I’m Permanently Disabled – Now What?
If you have endured a serious work injury, the workers’ compensation system will compensate you for your injuries. However, the amount that you can receive in Florida depends on the extent of your injuries.
For example, if you are expected to heal, then your benefits will not be the same as if you are never expected to fully recover. Your compensation will also vary depending on how much you earned prior to the accident and whether you can work at a job that is less physically demanding than your previous job.
There are six kinds of various workers’ compensation benefits in Florida:
- Temporary total disability
- Temporary partial disability
- Permanent partial disability
- Permanent total disability
- Rehabilitation temporary total disability
- Death benefits
Permanent Disability Benefits
If you have been deemed permanently disabled, you will either be classified as partially disabled or totally disabled.
Permanent Partial Disability Benefits
Permanent partial disability benefits are based on a total body percentage of impairment that your doctor will assign to you.
For example, if you injured your hand (and just your hand), then your doctor may assign you an impairment percentage of 5 percent. Your partial disability will always be there, but you can continue to work (even if it is at another job).
Your percentage is then converted into weeks. You will receive 75% of your weekly temporary total disability amount. Your temporary total disability amount is two-thirds of your average weekly wage prior to the accident.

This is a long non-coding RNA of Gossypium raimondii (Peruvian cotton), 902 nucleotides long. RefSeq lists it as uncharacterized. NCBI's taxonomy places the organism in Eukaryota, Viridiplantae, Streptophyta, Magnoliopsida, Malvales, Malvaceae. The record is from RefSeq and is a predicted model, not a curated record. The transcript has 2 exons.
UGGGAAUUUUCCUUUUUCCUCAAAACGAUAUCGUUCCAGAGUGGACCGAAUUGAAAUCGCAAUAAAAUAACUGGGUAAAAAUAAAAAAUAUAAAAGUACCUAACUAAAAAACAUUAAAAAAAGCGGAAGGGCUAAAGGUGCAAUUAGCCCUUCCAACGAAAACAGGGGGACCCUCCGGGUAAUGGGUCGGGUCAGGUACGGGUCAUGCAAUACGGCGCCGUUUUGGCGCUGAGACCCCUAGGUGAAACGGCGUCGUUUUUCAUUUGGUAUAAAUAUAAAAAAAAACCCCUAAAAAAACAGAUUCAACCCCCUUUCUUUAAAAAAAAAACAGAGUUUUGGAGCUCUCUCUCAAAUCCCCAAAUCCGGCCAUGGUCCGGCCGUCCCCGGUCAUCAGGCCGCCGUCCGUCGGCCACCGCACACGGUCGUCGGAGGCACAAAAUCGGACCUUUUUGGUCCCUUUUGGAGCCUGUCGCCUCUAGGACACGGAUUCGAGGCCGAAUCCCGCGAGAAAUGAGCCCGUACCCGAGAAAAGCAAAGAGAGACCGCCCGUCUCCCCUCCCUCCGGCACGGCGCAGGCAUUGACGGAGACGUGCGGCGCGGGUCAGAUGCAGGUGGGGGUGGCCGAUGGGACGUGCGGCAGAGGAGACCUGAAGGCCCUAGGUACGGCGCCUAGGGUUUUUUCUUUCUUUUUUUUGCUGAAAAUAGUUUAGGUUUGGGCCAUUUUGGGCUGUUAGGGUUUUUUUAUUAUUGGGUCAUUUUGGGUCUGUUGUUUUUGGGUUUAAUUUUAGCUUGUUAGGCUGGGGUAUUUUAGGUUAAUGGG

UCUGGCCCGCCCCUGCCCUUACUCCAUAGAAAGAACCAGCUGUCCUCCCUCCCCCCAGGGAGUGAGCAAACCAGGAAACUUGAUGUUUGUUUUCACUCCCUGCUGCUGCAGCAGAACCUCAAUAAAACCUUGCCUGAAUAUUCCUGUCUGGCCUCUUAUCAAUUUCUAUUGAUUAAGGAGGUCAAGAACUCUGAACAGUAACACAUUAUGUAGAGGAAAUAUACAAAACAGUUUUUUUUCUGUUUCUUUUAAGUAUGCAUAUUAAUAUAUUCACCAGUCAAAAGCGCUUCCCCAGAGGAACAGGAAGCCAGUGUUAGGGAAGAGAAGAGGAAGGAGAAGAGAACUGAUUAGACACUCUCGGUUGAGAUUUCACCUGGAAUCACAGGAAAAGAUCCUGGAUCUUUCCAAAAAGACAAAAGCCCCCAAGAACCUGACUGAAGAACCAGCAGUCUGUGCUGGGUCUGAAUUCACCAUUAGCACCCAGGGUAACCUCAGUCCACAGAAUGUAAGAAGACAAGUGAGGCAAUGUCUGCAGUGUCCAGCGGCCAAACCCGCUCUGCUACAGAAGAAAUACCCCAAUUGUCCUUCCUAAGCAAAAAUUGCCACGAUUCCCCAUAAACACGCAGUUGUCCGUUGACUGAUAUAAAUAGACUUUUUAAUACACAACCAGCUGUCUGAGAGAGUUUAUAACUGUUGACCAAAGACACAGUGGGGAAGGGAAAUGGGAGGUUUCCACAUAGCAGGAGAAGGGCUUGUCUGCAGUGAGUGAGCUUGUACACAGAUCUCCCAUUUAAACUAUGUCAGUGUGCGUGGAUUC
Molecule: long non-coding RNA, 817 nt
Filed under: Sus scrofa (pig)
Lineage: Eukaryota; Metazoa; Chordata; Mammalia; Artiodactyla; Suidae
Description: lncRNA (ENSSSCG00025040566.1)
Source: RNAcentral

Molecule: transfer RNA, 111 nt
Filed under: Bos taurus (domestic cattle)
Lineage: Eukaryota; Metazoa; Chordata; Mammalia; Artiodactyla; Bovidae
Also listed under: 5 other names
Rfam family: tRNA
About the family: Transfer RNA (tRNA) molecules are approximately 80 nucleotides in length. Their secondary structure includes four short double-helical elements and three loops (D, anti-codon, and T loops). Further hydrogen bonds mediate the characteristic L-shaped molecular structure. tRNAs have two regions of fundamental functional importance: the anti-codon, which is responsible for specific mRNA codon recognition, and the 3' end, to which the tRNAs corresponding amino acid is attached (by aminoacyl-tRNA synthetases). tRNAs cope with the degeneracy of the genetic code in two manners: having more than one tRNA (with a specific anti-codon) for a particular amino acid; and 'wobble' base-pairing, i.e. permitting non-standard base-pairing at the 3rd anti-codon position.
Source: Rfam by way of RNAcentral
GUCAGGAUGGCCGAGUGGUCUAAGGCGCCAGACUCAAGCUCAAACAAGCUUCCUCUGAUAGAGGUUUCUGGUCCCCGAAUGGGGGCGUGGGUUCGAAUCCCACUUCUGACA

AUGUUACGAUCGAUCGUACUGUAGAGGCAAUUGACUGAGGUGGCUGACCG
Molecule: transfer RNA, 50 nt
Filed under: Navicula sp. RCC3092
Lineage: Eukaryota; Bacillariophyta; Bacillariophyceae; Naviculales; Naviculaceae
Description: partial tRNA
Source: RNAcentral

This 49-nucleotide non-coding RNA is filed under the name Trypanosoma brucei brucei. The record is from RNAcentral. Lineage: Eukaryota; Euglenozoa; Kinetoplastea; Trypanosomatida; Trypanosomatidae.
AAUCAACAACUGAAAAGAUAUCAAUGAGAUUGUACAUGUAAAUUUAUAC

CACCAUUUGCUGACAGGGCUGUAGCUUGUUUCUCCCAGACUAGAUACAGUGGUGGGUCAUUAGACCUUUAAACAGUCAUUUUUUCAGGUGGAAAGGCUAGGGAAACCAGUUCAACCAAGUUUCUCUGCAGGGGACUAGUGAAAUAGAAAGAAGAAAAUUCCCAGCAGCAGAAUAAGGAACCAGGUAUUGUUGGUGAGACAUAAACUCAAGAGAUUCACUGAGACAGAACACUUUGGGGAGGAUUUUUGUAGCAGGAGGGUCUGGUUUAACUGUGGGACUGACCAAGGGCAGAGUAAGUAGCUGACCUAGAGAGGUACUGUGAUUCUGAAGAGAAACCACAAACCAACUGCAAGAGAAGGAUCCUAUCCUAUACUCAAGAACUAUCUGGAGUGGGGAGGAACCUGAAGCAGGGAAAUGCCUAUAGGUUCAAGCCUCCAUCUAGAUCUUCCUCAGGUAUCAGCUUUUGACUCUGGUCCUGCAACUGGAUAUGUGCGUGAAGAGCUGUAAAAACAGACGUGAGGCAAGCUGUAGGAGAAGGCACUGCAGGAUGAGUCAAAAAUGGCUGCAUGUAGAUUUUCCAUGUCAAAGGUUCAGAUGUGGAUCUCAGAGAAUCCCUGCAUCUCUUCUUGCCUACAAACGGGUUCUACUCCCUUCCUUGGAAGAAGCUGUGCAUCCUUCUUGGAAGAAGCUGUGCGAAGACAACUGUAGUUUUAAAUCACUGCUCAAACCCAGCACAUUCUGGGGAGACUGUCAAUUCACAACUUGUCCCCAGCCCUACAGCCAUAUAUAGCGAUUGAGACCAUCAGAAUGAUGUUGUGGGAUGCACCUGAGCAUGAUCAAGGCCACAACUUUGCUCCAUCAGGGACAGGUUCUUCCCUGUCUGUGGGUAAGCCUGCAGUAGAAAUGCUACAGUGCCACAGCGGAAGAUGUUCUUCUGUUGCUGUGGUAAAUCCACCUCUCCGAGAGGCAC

As the percentage of impairment increases, so does the value of each percentage point. For example, 1% to 10% is two weeks for each percentage point, but 21% to 99% is 6 weeks for each percentage point.
Permanent Total Disability Benefits
If you are deemed totally disabled, then this means that you cannot continue working at all. Only certain injuries will qualify a worker for permanent total disability benefits. For example, some serious injuries include:
- Severe brain injuries
- Amputation of a leg, arm, hand, or foot
- Spinal cord injury that results in severe paralysis
- Serious burns (second or third degree that cover more than 25% of your body)
- Total or industrial blindness
If you have not suffered from one of these examples, you can still show that you are permanently totally disabled by proving that you cannot do a sedentary job that is within 50 miles of your home. Generally, a doctor will make this determination.
Your check for permanent total disability will be 2/3 of your average weekly wage prior to the accident. This benefit will continue until you reach age 75 unless you would otherwise be ineligible for Social Security disability benefits. You may also qualify for weekly supplemental benefits in some situations.
Getting Your Florida Workers’ Compensation Benefits
If you think you should be considered permanently disabled, but are having troubling getting your FL workers’ compensation benefits, call Glotzer & Kobren as soon as possible. We can help you work through the system to get the benefits that you deserve. Call 561-300-6900 for a free consultation.